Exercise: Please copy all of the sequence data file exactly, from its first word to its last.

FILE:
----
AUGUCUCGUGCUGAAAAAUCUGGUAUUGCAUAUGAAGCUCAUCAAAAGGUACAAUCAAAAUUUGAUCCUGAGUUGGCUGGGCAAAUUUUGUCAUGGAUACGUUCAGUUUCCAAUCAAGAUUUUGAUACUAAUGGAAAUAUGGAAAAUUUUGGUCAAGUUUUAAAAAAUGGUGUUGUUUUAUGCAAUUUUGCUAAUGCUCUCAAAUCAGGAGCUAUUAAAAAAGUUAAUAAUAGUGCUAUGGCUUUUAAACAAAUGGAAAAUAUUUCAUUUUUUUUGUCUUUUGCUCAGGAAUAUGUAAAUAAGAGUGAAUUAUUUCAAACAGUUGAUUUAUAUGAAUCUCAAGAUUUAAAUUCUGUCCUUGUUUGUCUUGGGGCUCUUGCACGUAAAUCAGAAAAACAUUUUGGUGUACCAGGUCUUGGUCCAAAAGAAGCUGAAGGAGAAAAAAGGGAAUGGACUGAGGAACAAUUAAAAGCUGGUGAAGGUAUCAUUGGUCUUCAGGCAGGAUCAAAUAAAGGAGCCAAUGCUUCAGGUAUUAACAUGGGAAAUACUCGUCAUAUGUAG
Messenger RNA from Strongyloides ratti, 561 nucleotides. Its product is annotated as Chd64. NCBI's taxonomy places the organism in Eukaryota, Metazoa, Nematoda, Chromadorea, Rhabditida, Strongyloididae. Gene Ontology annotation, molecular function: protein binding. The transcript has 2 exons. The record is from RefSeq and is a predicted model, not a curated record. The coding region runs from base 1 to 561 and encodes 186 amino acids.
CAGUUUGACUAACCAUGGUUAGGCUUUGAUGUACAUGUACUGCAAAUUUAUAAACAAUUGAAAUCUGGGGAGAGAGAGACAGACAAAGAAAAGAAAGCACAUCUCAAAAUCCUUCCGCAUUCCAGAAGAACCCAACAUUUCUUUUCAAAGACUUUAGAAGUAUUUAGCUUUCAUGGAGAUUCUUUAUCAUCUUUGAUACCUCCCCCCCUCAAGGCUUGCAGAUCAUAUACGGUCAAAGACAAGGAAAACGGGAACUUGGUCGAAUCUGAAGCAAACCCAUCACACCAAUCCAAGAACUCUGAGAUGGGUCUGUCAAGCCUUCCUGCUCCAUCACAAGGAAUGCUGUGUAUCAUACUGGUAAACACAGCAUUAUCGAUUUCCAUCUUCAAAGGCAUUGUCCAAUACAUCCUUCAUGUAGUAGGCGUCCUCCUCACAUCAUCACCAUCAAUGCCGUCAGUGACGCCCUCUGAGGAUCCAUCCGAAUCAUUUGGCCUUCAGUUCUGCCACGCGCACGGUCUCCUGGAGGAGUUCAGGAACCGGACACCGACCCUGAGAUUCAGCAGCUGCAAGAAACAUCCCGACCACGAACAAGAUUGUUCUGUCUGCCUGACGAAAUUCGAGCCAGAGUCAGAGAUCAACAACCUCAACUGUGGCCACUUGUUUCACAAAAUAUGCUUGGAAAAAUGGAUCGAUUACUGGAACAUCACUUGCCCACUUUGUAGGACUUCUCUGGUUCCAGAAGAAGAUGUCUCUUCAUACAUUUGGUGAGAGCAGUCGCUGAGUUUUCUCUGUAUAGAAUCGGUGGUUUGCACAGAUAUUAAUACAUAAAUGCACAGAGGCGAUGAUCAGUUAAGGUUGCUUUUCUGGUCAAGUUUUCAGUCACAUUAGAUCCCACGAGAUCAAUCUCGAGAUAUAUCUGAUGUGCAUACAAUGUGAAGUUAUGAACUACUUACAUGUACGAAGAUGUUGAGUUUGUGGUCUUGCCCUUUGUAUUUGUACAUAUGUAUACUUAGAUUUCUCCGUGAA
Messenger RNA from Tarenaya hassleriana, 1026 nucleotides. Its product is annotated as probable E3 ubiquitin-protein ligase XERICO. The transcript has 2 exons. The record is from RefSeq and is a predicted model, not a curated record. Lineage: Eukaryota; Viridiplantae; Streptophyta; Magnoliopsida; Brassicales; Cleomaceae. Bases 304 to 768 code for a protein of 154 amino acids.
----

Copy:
AUGUCUCGUGCUGAAAAAUCUGGUAUUGCAUAUGAAGCUCAUCAAAAGGUACAAUCAAAAUUUGAUCCUGAGUUGGCUGGGCAAAUUUUGUCAUGGAUACGUUCAGUUUCCAAUCAAGAUUUUGAUACUAAUGGAAAUAUGGAAAAUUUUGGUCAAGUUUUAAAAAAUGGUGUUGUUUUAUGCAAUUUUGCUAAUGCUCUCAAAUCAGGAGCUAUUAAAAAAGUUAAUAAUAGUGCUAUGGCUUUUAAACAAAUGGAAAAUAUUUCAUUUUUUUUGUCUUUUGCUCAGGAAUAUGUAAAUAAGAGUGAAUUAUUUCAAACAGUUGAUUUAUAUGAAUCUCAAGAUUUAAAUUCUGUCCUUGUUUGUCUUGGGGCUCUUGCACGUAAAUCAGAAAAACAUUUUGGUGUACCAGGUCUUGGUCCAAAAGAAGCUGAAGGAGAAAAAAGGGAAUGGACUGAGGAACAAUUAAAAGCUGGUGAAGGUAUCAUUGGUCUUCAGGCAGGAUCAAAUAAAGGAGCCAAUGCUUCAGGUAUUAACAUGGGAAAUACUCGUCAUAUGUAG
Messenger RNA from Strongyloides ratti, 561 nucleotides. Its product is annotated as Chd64. NCBI's taxonomy places the organism in Eukaryota, Metazoa, Nematoda, Chromadorea, Rhabditida, Strongyloididae. Gene Ontology annotation, molecular function: protein binding. The transcript has 2 exons. The record is from RefSeq and is a predicted model, not a curated record. The coding region runs from base 1 to 561 and encodes 186 amino acids.
CAGUUUGACUAACCAUGGUUAGGCUUUGAUGUACAUGUACUGCAAAUUUAUAAACAAUUGAAAUCUGGGGAGAGAGAGACAGACAAAGAAAAGAAAGCACAUCUCAAAAUCCUUCCGCAUUCCAGAAGAACCCAACAUUUCUUUUCAAAGACUUUAGAAGUAUUUAGCUUUCAUGGAGAUUCUUUAUCAUCUUUGAUACCUCCCCCCCUCAAGGCUUGCAGAUCAUAUACGGUCAAAGACAAGGAAAACGGGAACUUGGUCGAAUCUGAAGCAAACCCAUCACACCAAUCCAAGAACUCUGAGAUGGGUCUGUCAAGCCUUCCUGCUCCAUCACAAGGAAUGCUGUGUAUCAUACUGGUAAACACAGCAUUAUCGAUUUCCAUCUUCAAAGGCAUUGUCCAAUACAUCCUUCAUGUAGUAGGCGUCCUCCUCACAUCAUCACCAUCAAUGCCGUCAGUGACGCCCUCUGAGGAUCCAUCCGAAUCAUUUGGCCUUCAGUUCUGCCACGCGCACGGUCUCCUGGAGGAGUUCAGGAACCGGACACCGACCCUGAGAUUCAGCAGCUGCAAGAAACAUCCCGACCACGAACAAGAUUGUUCUGUCUGCCUGACGAAAUUCGAGCCAGAGUCAGAGAUCAACAACCUCAACUGUGGCCACUUGUUUCACAAAAUAUGCUUGGAAAAAUGGAUCGAUUACUGGAACAUCACUUGCCCACUUUGUAGGACUUCUCUGGUUCCAGAAGAAGAUGUCUCUUCAUACAUUUGGUGAGAGCAGUCGCUGAGUUUUCUCUGUAUAGAAUCGGUGGUUUGCACAGAUAUUAAUACAUAAAUGCACAGAGGCGAUGAUCAGUUAAGGUUGCUUUUCUGGUCAAGUUUUCAGUCACAUUAGAUCCCACGAGAUCAAUCUCGAGAUAUAUCUGAUGUGCAUACAAUGUGAAGUUAUGAACUACUUACAUGUACGAAGAUGUUGAGUUUGUGGUCUUGCCCUUUGUAUUUGUACAUAUGUAUACUUAGAUUUCUCCGUGAA
Messenger RNA from Tarenaya hassleriana, 1026 nucleotides. Its product is annotated as probable E3 ubiquitin-protein ligase XERICO. The transcript has 2 exons. The record is from RefSeq and is a predicted model, not a curated record. Lineage: Eukaryota; Viridiplantae; Streptophyta; Magnoliopsida; Brassicales; Cleomaceae. Bases 304 to 768 code for a protein of 154 amino acids.